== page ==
1. Anti-Ideology: A way to act without acting and a critique of an agenda without posting a new one. The dramatic rise of Low-Income Housing Tax Credits since the 1980’s is what we’ve called an anti-ideology. They constitute a deferral of revenue by the IRS and in effect incentivize low-income housing development by creating a tax break for a profitable corporation. They make the less politically palpable direct expenditure on public or social housing obsolete, yet still constitute as much or more eventual costs. It’s a system that grew exponentially during the past 25 years and has rarely been discussed in very public ways.

2. Anti-body: We have continually tried to take what was wrong with the sprawl and make use of it but also to produce immunity to it. We explored the set backs for zoning, the dimension and scale of parking lots; we looked at the cartography of the commercial strip and the scale of ill formed side yards. In short: we tried to make the basis of the problem a remedy and mine what was new in these zones: people are used to these spaces and at some level they constitute a new experience in the life of all of us.

3. Housing and Marketing: Housing has been presented as inevitably defined and thus provided as a response to public taste. That may be true to a some extent but its only because no-one has risked developing any real options. As a child my father took me to see Columbia, Maryland as it was being built. That same year I also saw the National Guard tanks going into Washington DC during the 1968 riots. Columbia was planned from start to finish—a satellite city away from the real one. Housing seemed ripe to be taken over by a dreamland of images, advertising and semiotic coding that assuaged the anxiety of the actual city—the dream was easily subsumed and thereby made to seem inevitable even as it never had much of a plan—a groundless dream overtook the everyday utopia of Columbia and righteous indignation of riots.

4. Energy: The changes are inevitable. Prepare to see the suburbs tremendously devalued as energy overtakes property value. We are not using sophisticated energy systems in our work but instead have created a dwelling unit with various levels of conditioning. This means that you live in a quasi-migratory pattern during the day, the month or year. We are using housing to shield office space from heat gain during the day and allowing the heat gain from the office to help warm housing at night. But it is clear that density and shared resources are needed and they can be provided even as privacy and independence are increased. Every other industry shows how to use less energy and get better performance.

5. Narrow the Work Down: Architecture proposals took on lecture formats in schools of architecture, as PowerPoint became the normative medium. Drawings often become illustrations in the realm of Adobe Illustrator. Intentions overtake design and the proposal is an outline of goals that are debated rather then felt. We’ve struggled to avoid this and it means that we slowly absorbed ideas from our entire group of consultants while we also tried to take certain goals literally: structural work enabled architectural experience. Thermal work created a unit type that we saw as changing the daily experience of life at home. The urban work has diminished in importance as we see it as having instigated a new architectural realm.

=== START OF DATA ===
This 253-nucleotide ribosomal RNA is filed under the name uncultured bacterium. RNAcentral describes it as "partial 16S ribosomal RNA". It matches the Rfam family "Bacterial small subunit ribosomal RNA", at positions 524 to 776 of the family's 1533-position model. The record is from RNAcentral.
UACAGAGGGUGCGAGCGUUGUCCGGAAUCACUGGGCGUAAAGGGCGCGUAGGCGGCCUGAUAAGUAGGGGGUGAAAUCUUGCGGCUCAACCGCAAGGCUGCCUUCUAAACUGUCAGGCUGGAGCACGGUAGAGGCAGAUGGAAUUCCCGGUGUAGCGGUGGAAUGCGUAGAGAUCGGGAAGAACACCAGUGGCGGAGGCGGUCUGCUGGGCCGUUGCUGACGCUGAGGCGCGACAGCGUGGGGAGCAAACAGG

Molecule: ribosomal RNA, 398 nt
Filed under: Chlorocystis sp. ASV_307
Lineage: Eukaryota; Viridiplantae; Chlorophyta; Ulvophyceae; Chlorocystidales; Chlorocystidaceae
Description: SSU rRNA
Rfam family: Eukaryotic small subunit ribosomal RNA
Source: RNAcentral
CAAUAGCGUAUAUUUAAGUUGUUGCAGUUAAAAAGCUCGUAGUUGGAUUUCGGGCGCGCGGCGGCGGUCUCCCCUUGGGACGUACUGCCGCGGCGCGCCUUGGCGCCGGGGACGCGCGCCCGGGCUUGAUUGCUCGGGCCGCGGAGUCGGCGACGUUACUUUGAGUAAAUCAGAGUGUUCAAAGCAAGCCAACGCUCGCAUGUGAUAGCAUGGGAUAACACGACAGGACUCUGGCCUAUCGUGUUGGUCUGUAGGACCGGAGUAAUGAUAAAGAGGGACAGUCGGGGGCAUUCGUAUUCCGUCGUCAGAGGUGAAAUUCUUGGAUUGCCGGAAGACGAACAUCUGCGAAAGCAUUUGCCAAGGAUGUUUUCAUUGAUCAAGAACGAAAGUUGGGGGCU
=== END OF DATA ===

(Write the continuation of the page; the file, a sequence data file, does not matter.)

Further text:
6. Precedents: The anxiety of the beginning has long diminished. So too has the relevance of precedents. The daily events of the financial markets, the debt limit / sovereign debt conflicts all make the use of history seem tenuous. There is a need for new design and design that can change how things are made, financed, and built—new design can change the stability of the household wealth and of a bank or government investment in housing.

7. Paying for New Design: “Blue Sky” research as it was known in the 60’s in space research was essentially budget-less. They spent whatever it took. The United States government could use that term today: we could and should build a set of “Blue Sky” projects in housing and urbanism. No cost spared new forms of housing that are seen as pilot projects and if needed as a new form of social housing. A no-cost project might be all about low cost construction but we need to fund new forms of housing. People could stay for five years, one-year….a five billion dollar experiment to verify a new and radically progressive new form of housing that would lead the world. The market is not doing this and it does not have the ability to imagine yet alone take such a risk. If that is understandable it can still change: But its barely a risk—we have to act—our systems are becoming obsolete.

8. People: Our design is an allegory or novella of a project. We see it as specific but also a fiction—a testing of ideas and an attempt to model the parts of the real world in a new zone.

9. Its impossible not to note the influence of work on the suburbs or the term “contemporary city” from colleagues and partners over the years: Albert Pope’s books Ladders (also noted by Andrew Zago), Lars Lerup’s “After the City,” Sanford Kwinter’s “Incorporations” and “The Contemporary City,” and the book Slow Space edited by Sze Tsung Leong (and myself) which contained essays and projects by Stan Allen and Mark Wamble. Lerup’s essay “Stim and Dross” as published in Assemblage set the stage for a dissolving of the seeming intractable stasis of the suburban city and Pope’s formal analysis combine in ways that offer flow within finite form. In both cases the city is re-configured from the vantage of perception that is enabled by modes of extension and duration. You can see more then you can see and the fixed becomes liquid. Wamble’s “Knee-Plays” essay tried to conflate the city and architecture in  a way that inculcated architecture with the flow of the city. Allen’s work with Reiser, Umemoto and Apfelbaum on the Croton River Aqua-duct project deeply affected our work on the extended strip of Temple Terrace.